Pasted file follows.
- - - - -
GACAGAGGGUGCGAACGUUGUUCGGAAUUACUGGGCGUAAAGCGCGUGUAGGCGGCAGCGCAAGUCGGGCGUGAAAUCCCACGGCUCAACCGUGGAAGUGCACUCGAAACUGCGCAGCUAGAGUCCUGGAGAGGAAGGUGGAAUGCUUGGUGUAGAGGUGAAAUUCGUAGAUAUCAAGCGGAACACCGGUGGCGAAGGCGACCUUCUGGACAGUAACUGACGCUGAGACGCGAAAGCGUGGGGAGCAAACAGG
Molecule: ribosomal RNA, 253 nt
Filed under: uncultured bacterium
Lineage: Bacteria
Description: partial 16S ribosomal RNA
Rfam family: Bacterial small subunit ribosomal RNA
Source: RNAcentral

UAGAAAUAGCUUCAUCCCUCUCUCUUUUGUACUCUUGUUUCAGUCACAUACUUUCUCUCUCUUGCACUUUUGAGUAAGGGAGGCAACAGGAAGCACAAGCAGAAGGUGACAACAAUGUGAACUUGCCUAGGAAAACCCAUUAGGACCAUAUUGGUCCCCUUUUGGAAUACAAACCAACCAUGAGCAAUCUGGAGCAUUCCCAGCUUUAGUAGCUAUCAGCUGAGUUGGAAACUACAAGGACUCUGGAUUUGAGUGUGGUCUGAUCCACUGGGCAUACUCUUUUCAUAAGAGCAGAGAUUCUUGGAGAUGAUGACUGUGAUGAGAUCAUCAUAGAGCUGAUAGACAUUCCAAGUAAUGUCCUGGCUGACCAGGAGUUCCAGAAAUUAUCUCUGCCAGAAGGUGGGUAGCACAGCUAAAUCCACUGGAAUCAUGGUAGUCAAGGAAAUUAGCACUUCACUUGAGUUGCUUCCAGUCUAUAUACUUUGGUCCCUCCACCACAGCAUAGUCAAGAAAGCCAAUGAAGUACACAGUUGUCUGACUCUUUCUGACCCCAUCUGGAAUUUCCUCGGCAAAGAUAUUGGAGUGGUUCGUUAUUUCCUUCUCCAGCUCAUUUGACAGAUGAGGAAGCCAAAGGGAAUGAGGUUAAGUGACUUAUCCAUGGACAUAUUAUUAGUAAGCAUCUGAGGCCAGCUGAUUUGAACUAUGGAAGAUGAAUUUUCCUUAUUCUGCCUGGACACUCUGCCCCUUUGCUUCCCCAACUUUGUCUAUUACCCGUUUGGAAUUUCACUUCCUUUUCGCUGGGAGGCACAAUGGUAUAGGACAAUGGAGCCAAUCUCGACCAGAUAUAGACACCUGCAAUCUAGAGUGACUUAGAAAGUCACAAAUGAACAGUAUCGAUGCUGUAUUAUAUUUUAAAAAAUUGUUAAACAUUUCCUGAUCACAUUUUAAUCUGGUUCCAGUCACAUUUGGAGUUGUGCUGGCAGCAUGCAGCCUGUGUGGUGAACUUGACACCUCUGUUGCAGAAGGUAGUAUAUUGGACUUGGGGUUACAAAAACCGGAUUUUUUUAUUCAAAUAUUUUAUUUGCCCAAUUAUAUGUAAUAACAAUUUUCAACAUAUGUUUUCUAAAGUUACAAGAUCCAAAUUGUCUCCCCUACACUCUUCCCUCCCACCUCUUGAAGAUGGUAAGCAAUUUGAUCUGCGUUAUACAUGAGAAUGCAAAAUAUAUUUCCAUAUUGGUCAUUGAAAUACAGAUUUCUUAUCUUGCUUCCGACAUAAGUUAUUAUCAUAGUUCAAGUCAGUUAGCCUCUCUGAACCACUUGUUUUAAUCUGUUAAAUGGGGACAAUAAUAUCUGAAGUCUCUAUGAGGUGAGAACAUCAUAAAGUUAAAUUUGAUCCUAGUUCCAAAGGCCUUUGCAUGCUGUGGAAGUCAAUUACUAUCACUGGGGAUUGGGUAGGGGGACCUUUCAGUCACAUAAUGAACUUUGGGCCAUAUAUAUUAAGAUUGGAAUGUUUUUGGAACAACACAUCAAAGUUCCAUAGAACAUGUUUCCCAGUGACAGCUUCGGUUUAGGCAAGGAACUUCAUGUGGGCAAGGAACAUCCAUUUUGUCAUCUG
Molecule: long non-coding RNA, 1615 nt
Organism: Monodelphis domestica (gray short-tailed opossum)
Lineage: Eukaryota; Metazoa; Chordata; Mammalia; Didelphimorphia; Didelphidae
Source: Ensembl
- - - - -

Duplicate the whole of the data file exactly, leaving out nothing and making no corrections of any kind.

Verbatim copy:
GACAGAGGGUGCGAACGUUGUUCGGAAUUACUGGGCGUAAAGCGCGUGUAGGCGGCAGCGCAAGUCGGGCGUGAAAUCCCACGGCUCAACCGUGGAAGUGCACUCGAAACUGCGCAGCUAGAGUCCUGGAGAGGAAGGUGGAAUGCUUGGUGUAGAGGUGAAAUUCGUAGAUAUCAAGCGGAACACCGGUGGCGAAGGCGACCUUCUGGACAGUAACUGACGCUGAGACGCGAAAGCGUGGGGAGCAAACAGG
Molecule: ribosomal RNA, 253 nt
Filed under: uncultured bacterium
Lineage: Bacteria
Description: partial 16S ribosomal RNA
Rfam family: Bacterial small subunit ribosomal RNA
Source: RNAcentral

UAGAAAUAGCUUCAUCCCUCUCUCUUUUGUACUCUUGUUUCAGUCACAUACUUUCUCUCUCUUGCACUUUUGAGUAAGGGAGGCAACAGGAAGCACAAGCAGAAGGUGACAACAAUGUGAACUUGCCUAGGAAAACCCAUUAGGACCAUAUUGGUCCCCUUUUGGAAUACAAACCAACCAUGAGCAAUCUGGAGCAUUCCCAGCUUUAGUAGCUAUCAGCUGAGUUGGAAACUACAAGGACUCUGGAUUUGAGUGUGGUCUGAUCCACUGGGCAUACUCUUUUCAUAAGAGCAGAGAUUCUUGGAGAUGAUGACUGUGAUGAGAUCAUCAUAGAGCUGAUAGACAUUCCAAGUAAUGUCCUGGCUGACCAGGAGUUCCAGAAAUUAUCUCUGCCAGAAGGUGGGUAGCACAGCUAAAUCCACUGGAAUCAUGGUAGUCAAGGAAAUUAGCACUUCACUUGAGUUGCUUCCAGUCUAUAUACUUUGGUCCCUCCACCACAGCAUAGUCAAGAAAGCCAAUGAAGUACACAGUUGUCUGACUCUUUCUGACCCCAUCUGGAAUUUCCUCGGCAAAGAUAUUGGAGUGGUUCGUUAUUUCCUUCUCCAGCUCAUUUGACAGAUGAGGAAGCCAAAGGGAAUGAGGUUAAGUGACUUAUCCAUGGACAUAUUAUUAGUAAGCAUCUGAGGCCAGCUGAUUUGAACUAUGGAAGAUGAAUUUUCCUUAUUCUGCCUGGACACUCUGCCCCUUUGCUUCCCCAACUUUGUCUAUUACCCGUUUGGAAUUUCACUUCCUUUUCGCUGGGAGGCACAAUGGUAUAGGACAAUGGAGCCAAUCUCGACCAGAUAUAGACACCUGCAAUCUAGAGUGACUUAGAAAGUCACAAAUGAACAGUAUCGAUGCUGUAUUAUAUUUUAAAAAAUUGUUAAACAUUUCCUGAUCACAUUUUAAUCUGGUUCCAGUCACAUUUGGAGUUGUGCUGGCAGCAUGCAGCCUGUGUGGUGAACUUGACACCUCUGUUGCAGAAGGUAGUAUAUUGGACUUGGGGUUACAAAAACCGGAUUUUUUUAUUCAAAUAUUUUAUUUGCCCAAUUAUAUGUAAUAACAAUUUUCAACAUAUGUUUUCUAAAGUUACAAGAUCCAAAUUGUCUCCCCUACACUCUUCCCUCCCACCUCUUGAAGAUGGUAAGCAAUUUGAUCUGCGUUAUACAUGAGAAUGCAAAAUAUAUUUCCAUAUUGGUCAUUGAAAUACAGAUUUCUUAUCUUGCUUCCGACAUAAGUUAUUAUCAUAGUUCAAGUCAGUUAGCCUCUCUGAACCACUUGUUUUAAUCUGUUAAAUGGGGACAAUAAUAUCUGAAGUCUCUAUGAGGUGAGAACAUCAUAAAGUUAAAUUUGAUCCUAGUUCCAAAGGCCUUUGCAUGCUGUGGAAGUCAAUUACUAUCACUGGGGAUUGGGUAGGGGGACCUUUCAGUCACAUAAUGAACUUUGGGCCAUAUAUAUUAAGAUUGGAAUGUUUUUGGAACAACACAUCAAAGUUCCAUAGAACAUGUUUCCCAGUGACAGCUUCGGUUUAGGCAAGGAACUUCAUGUGGGCAAGGAACAUCCAUUUUGUCAUCUG
Molecule: long non-coding RNA, 1615 nt
Organism: Monodelphis domestica (gray short-tailed opossum)
Lineage: Eukaryota; Metazoa; Chordata; Mammalia; Didelphimorphia; Didelphidae
Source: Ensembl